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Tube Girl Doesn’t Mind the Gasps

Sabrina Bahsoon. Photo: Dave Benett/Getty Images for MAC/Dave Benett/Getty Images for MAC

Step out onto the streets of any major city these days, and you’re bound to run into at least one person filming a TikTok — or taking a selfie for Instagram, or vlogging their day for YouTube. Over the past few years, documenting our lives for the internet may have become normal online, but that hasn’t made it any less daunting to do so in public. The inevitable judgment, stoked by popular accounts like @influencersinthewild, isn’t for the faint of heart, which is what makes the flamboyant tube-dancing videos posted by 22-year-old Sabrina Bahsoon worthy of some kind of medal of bravery.

Bahsoon grew up in Malaysia, but moved to the U.K. with her parents and four siblings (“I am a sandwich in the middle,” Bahsoon says. “And I feel like that has created a lot of my personality and attention issues.”), remaining in the country to study law. She graduated this summer but knew becoming a lawyer wasn’t really her dream. Hair blowing in the wind from an open carriage, Bahsoon dances to David Guetta and Nicki Minaj’s “Where Them Girls At” on the London Underground, swinging her phone around like she’s the E! News Glambot in an August 13 TikTok video captioned, “Being the friend who lives on the other side of the city so you gotta hype yourself up during the commute.” “I’m too anxious to even scratch an itch in public,” one commenter wrote. “Howww??”

Bahsoon’s now-signature fearlessness and smooth camera work earned the video over 9 million views, landing her the nickname of “Tube Girl” and popularizing a remix of two songs: “Yummy” by Ayesha Erotica and “Righteous” by Mo Beatsl. Upon graduation, she had dreams of embarking on a modeling career — one that’s now been fast-tracked thanks to her success on TikTok. Almost 500 thousand followers later, she’s walking the runway at London Fashion Week thanks to the “Tube Girl” trend, where celebrities from Shay Mitchell to Madelaine Petsch have attempted to make their own versions (although none, I’ll note, as boldly in public).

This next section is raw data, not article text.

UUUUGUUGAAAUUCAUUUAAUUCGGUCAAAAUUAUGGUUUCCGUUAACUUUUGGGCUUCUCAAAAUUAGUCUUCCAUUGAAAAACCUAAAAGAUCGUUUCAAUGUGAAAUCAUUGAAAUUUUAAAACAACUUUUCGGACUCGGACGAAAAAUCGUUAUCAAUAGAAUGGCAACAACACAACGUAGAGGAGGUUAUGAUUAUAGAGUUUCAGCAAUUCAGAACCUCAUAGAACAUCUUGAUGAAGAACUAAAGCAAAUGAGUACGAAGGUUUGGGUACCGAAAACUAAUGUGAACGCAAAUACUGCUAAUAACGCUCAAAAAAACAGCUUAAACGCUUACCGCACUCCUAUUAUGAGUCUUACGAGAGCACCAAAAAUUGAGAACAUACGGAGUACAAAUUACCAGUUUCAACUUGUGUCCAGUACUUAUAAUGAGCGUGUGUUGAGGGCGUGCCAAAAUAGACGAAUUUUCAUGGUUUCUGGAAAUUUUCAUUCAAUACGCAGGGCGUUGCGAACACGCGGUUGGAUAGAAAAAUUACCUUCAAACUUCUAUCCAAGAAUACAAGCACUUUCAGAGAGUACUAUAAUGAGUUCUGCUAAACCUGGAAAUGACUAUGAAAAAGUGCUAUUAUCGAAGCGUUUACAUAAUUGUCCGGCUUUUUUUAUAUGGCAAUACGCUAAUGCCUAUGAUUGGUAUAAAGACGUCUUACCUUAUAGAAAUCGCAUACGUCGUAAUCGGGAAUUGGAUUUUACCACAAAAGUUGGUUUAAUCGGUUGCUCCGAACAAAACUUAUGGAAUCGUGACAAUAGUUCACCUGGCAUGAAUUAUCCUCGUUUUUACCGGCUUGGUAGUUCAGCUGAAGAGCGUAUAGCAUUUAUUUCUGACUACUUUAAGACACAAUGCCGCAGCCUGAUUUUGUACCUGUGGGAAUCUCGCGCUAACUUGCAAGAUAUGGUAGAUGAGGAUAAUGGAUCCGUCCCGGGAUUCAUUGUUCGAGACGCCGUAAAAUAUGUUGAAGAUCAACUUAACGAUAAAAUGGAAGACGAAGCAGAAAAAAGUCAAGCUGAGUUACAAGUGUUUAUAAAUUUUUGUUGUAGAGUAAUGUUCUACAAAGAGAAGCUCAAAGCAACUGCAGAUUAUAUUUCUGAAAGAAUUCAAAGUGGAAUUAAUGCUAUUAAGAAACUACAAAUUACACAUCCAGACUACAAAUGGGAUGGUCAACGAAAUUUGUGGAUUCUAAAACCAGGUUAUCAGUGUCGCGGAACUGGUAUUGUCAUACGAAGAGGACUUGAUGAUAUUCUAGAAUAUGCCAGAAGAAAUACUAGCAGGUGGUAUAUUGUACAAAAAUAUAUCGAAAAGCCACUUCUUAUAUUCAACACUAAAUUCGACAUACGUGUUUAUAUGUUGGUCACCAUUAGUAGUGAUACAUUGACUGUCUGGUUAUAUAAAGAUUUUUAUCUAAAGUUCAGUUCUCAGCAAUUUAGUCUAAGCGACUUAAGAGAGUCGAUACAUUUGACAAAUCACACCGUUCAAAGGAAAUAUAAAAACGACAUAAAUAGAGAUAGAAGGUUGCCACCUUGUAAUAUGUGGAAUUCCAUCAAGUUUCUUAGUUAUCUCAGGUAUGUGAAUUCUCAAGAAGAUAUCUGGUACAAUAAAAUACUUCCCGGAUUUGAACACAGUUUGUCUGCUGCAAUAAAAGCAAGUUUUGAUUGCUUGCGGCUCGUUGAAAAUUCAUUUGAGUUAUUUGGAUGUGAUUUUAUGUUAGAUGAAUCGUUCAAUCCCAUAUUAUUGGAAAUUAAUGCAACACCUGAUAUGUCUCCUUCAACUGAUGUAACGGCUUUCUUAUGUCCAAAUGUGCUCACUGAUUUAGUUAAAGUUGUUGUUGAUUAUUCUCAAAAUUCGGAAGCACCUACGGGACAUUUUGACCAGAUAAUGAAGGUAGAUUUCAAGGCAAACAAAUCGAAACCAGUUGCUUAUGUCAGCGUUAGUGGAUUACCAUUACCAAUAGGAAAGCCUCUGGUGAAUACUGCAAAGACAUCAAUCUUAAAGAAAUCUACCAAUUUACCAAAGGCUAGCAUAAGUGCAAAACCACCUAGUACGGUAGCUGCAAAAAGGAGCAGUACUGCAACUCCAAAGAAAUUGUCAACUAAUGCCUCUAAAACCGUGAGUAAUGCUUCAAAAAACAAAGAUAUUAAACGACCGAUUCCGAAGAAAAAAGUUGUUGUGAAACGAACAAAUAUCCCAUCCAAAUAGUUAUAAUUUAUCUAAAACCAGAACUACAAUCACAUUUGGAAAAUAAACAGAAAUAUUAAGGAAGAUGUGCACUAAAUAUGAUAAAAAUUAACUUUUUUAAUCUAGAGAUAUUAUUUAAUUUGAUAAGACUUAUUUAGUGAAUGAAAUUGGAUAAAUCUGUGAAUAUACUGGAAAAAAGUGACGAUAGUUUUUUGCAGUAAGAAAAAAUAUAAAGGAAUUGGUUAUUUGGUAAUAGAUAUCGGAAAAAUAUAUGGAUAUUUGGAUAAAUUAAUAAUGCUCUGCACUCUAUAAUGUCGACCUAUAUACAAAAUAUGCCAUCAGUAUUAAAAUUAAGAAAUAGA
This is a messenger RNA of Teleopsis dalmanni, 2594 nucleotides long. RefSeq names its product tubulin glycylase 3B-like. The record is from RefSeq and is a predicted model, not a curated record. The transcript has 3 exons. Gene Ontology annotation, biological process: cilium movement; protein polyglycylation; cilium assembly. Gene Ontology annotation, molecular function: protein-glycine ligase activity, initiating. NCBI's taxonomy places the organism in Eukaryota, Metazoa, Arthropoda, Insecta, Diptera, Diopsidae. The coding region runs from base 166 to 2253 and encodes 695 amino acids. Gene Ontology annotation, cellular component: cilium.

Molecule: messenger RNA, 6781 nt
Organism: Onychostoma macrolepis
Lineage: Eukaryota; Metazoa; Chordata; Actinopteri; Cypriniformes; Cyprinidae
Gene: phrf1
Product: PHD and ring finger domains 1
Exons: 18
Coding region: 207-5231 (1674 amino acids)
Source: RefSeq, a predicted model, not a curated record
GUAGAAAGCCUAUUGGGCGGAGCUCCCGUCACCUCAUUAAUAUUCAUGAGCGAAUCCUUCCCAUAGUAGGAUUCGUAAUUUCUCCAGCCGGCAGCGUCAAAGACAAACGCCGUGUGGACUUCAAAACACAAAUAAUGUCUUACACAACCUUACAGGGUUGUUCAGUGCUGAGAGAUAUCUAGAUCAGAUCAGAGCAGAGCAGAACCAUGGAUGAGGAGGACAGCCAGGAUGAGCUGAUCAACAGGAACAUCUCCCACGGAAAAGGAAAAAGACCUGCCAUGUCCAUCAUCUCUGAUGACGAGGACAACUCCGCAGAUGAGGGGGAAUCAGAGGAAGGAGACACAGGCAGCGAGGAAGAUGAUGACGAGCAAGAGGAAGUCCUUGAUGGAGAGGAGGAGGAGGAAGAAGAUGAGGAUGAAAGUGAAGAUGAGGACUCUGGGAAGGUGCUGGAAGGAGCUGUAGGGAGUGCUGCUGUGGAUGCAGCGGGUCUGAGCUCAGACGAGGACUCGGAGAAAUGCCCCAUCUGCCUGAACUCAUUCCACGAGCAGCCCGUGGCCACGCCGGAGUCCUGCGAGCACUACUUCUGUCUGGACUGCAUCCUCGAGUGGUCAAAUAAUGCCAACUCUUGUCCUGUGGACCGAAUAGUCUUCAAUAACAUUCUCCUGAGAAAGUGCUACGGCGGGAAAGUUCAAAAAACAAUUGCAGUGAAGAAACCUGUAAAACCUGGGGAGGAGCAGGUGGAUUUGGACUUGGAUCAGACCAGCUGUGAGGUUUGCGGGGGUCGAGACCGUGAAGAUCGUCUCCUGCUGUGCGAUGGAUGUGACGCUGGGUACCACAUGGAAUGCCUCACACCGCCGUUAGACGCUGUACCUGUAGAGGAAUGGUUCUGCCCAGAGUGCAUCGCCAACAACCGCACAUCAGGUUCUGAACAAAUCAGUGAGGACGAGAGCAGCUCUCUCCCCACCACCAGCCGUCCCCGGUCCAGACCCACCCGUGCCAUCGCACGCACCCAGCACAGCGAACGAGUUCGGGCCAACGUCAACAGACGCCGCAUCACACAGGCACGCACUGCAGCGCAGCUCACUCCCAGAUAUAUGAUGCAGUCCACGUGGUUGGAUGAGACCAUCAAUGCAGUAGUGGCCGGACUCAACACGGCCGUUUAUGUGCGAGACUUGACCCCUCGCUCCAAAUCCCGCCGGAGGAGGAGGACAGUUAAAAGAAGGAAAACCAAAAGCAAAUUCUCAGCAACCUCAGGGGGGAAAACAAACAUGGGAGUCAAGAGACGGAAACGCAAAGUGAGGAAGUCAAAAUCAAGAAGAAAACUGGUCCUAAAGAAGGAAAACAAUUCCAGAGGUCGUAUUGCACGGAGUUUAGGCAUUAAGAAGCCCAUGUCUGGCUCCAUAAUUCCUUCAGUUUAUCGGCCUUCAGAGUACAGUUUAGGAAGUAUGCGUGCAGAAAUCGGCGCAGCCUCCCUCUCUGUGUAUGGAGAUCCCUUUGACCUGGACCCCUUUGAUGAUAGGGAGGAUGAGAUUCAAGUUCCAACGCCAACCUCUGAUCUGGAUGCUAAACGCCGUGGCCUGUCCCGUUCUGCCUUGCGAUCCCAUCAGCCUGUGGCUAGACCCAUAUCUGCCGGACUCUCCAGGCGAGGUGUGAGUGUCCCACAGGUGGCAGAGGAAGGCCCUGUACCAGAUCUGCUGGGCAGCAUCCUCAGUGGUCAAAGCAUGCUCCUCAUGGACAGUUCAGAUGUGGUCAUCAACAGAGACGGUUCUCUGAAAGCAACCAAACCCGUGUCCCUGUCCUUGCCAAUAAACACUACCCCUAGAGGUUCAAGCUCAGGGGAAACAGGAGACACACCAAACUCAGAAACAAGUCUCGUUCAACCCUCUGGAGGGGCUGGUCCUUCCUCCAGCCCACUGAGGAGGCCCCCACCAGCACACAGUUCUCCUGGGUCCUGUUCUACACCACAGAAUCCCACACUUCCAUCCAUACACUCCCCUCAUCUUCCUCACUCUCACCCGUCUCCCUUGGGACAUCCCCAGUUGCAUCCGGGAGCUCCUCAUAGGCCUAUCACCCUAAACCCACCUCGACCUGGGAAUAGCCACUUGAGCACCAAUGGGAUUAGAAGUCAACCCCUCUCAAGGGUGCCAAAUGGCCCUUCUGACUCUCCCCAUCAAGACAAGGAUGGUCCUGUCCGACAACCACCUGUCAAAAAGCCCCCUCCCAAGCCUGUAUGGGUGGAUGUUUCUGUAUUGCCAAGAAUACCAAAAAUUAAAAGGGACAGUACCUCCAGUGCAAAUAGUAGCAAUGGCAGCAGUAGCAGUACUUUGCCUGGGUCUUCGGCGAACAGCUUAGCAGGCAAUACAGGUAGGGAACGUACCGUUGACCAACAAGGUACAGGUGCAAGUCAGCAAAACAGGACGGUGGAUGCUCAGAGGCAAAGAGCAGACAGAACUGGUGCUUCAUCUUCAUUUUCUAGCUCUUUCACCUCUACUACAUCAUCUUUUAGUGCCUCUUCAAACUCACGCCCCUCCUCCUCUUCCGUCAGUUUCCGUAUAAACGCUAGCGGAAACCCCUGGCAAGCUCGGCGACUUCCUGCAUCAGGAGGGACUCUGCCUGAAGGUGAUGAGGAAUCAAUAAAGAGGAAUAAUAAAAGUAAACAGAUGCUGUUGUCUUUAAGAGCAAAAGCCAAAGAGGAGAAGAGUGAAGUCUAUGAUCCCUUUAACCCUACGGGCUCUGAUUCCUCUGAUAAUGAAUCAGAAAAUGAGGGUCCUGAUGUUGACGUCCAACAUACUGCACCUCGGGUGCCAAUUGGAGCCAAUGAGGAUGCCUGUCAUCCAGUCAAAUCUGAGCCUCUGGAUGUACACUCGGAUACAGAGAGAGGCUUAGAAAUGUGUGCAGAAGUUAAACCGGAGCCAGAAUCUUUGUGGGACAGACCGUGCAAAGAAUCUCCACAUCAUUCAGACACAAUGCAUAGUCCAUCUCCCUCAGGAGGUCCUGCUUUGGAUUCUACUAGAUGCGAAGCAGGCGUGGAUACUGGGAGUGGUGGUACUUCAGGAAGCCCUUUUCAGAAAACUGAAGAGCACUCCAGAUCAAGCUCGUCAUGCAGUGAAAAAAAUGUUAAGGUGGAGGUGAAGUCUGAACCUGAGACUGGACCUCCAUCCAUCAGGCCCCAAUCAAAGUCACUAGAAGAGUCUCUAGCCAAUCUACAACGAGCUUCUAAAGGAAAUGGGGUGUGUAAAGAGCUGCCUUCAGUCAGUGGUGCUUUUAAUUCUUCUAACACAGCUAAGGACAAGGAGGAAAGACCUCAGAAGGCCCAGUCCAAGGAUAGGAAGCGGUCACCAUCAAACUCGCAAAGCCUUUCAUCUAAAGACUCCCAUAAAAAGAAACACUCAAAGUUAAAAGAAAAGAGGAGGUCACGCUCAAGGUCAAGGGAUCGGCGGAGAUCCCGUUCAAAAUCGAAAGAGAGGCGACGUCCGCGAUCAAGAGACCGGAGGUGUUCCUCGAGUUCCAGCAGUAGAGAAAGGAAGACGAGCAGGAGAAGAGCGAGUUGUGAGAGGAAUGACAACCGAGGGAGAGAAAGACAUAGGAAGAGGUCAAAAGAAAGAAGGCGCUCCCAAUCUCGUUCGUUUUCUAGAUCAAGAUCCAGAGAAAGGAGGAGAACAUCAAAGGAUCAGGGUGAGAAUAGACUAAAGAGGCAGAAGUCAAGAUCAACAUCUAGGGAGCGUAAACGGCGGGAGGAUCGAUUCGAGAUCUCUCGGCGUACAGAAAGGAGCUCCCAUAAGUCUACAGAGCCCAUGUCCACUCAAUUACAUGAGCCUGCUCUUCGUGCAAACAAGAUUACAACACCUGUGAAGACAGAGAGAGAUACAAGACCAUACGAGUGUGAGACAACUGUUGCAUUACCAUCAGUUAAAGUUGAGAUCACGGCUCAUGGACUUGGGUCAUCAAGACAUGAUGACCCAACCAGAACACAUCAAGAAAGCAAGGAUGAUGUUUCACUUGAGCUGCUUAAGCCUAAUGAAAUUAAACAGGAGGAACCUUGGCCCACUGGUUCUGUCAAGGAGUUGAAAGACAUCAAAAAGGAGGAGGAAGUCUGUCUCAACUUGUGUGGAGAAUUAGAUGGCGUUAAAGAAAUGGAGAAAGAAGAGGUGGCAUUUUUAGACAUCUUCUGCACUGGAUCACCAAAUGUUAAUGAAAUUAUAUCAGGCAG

Obviously, people know you for dancing on the train. I imagine that didn’t just happen out of nowhere one day. Or maybe it did! How did it all come about?
So actually it was quite random. The video wasn’t a planned thing. It was more ’cause my friends didn’t wanna film it for me. Like, “I’m not doing this cringey …” I was like, “You know what, I’m just gonna do it myself.” In terms of the concept, it was just in the moment while I was on the tube. I tried it in my house because I was like, “If I’m gonna do this in public, I’m gonna practice a little,” like the camera movements and the dance part and how to get my face in the frame.

Were you posting on TikTok before this?
I was posting a bunch of random stuff. During the pandemic I would post comedy skits, but a lot of it was centered around an interesting sound and then I would make an idea from that. I was just so bored. The pandemic happened during my gap year as well, so I couldn’t work in hospitality anymore. And then when I went to uni, it moved to more fashion-slash-beauty. I had a few viral moments but never anything that stuck or that would gain me followers. I would not expect this to be the thing that made me have this impact.

When you posted your first version of this type of video, was it viral immediately?
When I watched it back, I was like, “Hey, this is kind of fun.” And then I actually didn’t post it immediately. I sent it to my siblings and I was like, “Is this weird? Am I tripping or is this kind of good? Am I slaying in this?” They were like, “It is actually kind of cool.”

I am still quite shy. If you’re going viral online, it’s about how many people are gonna see you. But I also was trying to get out of that mind-set. I was like, “I’m just gonna post what I wanna post.” It didn’t blow up immediately. Then it started growing and growing and growing. And I just made more ’cause I’m on the tube every single day.

Are you able to do it all in one take? How do you navigate filming with the other people there?
I don’t do it in one take. I’m not a supermodel in that way. I take a few takes, but I feel like that kind of makes it look more normal [to other people] than just me getting up and doing my thing. Now I have seen videos of me doing it and actually it just looks like I’m dancing. Nobody ever says anything negative in person, so that’s always lovely. And some people hype me up, which is nice. Recently more people are starting to recognize me.